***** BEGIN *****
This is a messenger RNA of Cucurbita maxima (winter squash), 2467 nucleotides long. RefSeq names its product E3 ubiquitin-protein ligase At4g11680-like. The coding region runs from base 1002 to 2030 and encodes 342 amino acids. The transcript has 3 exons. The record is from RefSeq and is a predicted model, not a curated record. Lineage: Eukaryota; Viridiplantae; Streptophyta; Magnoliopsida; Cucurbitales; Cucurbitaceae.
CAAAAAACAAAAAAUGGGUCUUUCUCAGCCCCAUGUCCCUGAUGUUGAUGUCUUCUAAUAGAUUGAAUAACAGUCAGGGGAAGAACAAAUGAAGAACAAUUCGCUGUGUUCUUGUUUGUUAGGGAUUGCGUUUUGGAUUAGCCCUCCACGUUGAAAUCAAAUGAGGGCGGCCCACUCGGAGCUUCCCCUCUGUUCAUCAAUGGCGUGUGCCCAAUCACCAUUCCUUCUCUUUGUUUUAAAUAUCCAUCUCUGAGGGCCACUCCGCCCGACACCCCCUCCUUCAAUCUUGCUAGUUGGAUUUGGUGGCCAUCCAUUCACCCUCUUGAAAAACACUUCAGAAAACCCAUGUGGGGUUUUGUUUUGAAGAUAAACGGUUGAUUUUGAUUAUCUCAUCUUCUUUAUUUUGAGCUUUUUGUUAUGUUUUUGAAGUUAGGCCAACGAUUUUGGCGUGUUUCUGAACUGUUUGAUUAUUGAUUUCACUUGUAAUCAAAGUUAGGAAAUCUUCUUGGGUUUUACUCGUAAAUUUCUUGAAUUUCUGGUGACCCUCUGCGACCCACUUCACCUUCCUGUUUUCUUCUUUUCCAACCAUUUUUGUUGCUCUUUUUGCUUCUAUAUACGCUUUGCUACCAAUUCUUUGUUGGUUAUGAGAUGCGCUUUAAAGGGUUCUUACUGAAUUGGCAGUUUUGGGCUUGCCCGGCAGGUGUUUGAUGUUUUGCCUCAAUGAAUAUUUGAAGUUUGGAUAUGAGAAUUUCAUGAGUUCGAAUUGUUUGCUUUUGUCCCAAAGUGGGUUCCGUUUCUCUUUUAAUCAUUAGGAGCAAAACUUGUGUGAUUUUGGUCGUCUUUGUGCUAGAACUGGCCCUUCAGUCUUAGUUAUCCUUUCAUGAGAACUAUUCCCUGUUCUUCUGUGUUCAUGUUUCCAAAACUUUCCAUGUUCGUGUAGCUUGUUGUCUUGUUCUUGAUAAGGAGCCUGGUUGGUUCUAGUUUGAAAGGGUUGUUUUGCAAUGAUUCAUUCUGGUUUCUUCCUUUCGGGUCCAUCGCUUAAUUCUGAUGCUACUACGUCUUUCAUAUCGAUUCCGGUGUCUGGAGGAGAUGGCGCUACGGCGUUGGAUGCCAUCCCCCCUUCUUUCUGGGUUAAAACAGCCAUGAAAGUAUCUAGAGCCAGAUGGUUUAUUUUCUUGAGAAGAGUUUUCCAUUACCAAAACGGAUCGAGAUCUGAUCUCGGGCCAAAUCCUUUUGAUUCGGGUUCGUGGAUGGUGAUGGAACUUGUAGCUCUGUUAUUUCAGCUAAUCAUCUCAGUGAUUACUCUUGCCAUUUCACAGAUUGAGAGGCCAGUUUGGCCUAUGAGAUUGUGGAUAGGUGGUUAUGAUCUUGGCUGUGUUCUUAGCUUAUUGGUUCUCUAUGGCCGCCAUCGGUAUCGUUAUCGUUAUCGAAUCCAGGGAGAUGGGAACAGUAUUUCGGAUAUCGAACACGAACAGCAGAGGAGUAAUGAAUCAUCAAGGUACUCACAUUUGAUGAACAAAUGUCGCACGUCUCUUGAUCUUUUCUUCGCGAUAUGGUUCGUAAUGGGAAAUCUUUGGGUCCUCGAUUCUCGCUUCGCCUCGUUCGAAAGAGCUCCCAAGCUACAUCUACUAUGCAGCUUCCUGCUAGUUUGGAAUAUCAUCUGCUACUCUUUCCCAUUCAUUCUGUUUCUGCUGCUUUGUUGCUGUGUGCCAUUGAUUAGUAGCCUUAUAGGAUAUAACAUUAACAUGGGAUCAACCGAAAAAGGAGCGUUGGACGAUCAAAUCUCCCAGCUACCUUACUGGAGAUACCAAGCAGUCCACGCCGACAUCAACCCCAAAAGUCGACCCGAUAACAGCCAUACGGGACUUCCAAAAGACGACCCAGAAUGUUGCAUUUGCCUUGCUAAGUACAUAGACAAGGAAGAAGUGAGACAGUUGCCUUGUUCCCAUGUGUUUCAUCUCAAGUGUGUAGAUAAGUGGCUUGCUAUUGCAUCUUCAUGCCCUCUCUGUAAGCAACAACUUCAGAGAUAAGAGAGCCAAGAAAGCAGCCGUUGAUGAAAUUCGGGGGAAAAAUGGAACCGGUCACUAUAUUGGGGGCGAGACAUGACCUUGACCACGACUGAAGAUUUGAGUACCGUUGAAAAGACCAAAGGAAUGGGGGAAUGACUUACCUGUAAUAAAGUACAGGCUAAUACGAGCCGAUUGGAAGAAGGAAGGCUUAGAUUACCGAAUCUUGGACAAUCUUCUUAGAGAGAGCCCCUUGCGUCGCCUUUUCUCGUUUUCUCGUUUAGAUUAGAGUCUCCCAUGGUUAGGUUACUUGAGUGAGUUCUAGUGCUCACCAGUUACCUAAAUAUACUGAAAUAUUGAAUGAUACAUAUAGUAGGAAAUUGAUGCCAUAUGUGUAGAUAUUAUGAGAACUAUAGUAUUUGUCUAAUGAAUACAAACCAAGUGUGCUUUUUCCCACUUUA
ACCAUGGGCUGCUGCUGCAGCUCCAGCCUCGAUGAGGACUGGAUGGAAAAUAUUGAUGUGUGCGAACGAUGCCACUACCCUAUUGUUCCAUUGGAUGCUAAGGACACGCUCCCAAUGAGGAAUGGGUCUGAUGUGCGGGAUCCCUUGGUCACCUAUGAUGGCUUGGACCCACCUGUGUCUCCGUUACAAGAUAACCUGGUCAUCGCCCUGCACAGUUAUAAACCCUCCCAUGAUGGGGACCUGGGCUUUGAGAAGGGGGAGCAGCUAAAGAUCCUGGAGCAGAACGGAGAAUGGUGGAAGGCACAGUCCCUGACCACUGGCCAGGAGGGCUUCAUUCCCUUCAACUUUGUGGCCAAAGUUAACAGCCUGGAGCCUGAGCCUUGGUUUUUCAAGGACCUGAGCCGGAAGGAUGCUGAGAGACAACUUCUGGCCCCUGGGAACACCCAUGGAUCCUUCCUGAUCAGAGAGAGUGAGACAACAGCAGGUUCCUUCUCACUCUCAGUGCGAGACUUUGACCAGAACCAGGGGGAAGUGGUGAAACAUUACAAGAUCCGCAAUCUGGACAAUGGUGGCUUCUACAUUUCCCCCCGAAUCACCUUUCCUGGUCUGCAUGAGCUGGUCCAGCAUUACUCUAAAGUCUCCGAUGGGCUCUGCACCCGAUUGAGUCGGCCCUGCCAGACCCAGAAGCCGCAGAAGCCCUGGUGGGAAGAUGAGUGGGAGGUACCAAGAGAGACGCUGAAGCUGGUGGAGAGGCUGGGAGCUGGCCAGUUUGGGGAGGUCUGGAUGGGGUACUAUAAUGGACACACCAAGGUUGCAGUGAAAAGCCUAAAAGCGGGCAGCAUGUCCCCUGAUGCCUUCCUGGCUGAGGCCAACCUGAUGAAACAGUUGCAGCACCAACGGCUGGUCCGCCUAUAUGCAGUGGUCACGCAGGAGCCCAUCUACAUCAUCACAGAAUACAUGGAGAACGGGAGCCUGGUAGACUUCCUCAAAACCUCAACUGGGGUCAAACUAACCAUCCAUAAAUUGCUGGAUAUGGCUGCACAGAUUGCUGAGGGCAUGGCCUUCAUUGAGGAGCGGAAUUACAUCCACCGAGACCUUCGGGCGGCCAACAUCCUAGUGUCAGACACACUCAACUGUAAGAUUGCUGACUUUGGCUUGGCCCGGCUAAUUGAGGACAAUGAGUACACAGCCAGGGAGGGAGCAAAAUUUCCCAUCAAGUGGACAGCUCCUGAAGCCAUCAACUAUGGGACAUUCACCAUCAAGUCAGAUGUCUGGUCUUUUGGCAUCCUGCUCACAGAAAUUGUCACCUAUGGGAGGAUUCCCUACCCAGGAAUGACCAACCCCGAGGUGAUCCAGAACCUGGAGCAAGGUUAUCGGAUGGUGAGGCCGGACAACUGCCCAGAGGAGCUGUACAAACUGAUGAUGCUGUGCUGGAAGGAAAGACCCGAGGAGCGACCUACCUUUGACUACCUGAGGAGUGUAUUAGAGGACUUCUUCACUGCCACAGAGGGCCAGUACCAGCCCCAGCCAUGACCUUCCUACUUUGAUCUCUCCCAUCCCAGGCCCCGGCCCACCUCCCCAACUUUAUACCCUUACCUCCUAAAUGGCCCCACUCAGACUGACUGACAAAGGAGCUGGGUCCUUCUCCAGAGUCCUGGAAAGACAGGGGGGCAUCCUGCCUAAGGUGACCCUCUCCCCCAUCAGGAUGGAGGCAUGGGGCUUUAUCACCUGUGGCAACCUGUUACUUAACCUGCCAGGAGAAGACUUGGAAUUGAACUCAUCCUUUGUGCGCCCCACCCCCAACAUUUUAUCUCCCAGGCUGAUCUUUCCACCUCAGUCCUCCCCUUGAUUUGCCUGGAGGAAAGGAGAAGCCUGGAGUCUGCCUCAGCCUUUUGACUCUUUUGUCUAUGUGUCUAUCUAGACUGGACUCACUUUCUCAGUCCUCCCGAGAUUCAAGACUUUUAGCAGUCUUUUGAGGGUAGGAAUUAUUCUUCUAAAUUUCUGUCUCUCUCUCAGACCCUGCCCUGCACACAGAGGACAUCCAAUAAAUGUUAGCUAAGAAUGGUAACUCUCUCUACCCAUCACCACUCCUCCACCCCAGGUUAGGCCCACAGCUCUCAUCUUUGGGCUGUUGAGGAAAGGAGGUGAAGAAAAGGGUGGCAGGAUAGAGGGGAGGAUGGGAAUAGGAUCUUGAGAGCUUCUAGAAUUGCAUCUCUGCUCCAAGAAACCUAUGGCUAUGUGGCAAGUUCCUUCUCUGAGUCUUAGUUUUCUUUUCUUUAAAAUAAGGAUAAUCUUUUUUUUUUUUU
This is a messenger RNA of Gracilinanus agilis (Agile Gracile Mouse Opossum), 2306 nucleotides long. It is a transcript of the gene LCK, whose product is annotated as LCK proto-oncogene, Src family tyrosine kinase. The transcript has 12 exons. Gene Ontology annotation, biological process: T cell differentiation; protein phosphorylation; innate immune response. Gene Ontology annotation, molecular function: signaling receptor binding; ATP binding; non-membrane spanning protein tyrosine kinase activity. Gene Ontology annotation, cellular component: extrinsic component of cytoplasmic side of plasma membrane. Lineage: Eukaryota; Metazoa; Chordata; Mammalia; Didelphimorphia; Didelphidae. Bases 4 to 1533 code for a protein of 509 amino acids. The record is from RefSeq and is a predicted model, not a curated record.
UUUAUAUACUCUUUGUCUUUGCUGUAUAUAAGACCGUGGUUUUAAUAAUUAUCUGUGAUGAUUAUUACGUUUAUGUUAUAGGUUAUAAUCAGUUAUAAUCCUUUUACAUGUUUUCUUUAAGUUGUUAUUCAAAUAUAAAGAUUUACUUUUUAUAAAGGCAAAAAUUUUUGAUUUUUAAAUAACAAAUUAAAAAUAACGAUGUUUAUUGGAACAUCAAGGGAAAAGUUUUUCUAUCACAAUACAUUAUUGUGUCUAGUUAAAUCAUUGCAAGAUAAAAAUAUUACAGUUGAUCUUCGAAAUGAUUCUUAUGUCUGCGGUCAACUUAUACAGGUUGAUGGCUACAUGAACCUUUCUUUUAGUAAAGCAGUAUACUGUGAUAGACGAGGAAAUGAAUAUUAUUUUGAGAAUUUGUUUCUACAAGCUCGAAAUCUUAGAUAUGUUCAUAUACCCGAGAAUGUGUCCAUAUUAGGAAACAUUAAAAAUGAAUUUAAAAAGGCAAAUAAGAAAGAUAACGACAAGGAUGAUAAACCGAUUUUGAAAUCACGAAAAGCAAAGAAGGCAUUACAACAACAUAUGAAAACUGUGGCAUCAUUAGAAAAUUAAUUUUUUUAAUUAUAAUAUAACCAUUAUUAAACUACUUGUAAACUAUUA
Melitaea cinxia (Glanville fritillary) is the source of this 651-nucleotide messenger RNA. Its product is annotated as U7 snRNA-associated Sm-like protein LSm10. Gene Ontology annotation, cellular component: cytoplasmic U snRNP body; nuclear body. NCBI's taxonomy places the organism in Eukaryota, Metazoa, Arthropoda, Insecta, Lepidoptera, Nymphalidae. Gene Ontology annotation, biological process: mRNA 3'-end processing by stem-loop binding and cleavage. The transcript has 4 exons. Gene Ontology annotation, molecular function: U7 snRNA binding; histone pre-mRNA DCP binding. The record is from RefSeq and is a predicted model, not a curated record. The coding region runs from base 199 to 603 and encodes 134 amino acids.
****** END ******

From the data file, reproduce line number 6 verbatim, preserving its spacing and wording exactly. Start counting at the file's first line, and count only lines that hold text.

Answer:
Melitaea cinxia (Glanville fritillary) is the source of this 651-nucleotide messenger RNA. Its product is annotated as U7 snRNA-associated Sm-like protein LSm10. Gene Ontology annotation, cellular component: cytoplasmic U snRNP body; nuclear body. NCBI's taxonomy places the organism in Eukaryota, Metazoa, Arthropoda, Insecta, Lepidoptera, Nymphalidae. Gene Ontology annotation, biological process: mRNA 3'-end processing by stem-loop binding and cleavage. The transcript has 4 exons. Gene Ontology annotation, molecular function: U7 snRNA binding; histone pre-mRNA DCP binding. The record is from RefSeq and is a predicted model, not a curated record. The coding region runs from base 199 to 603 and encodes 134 amino acids.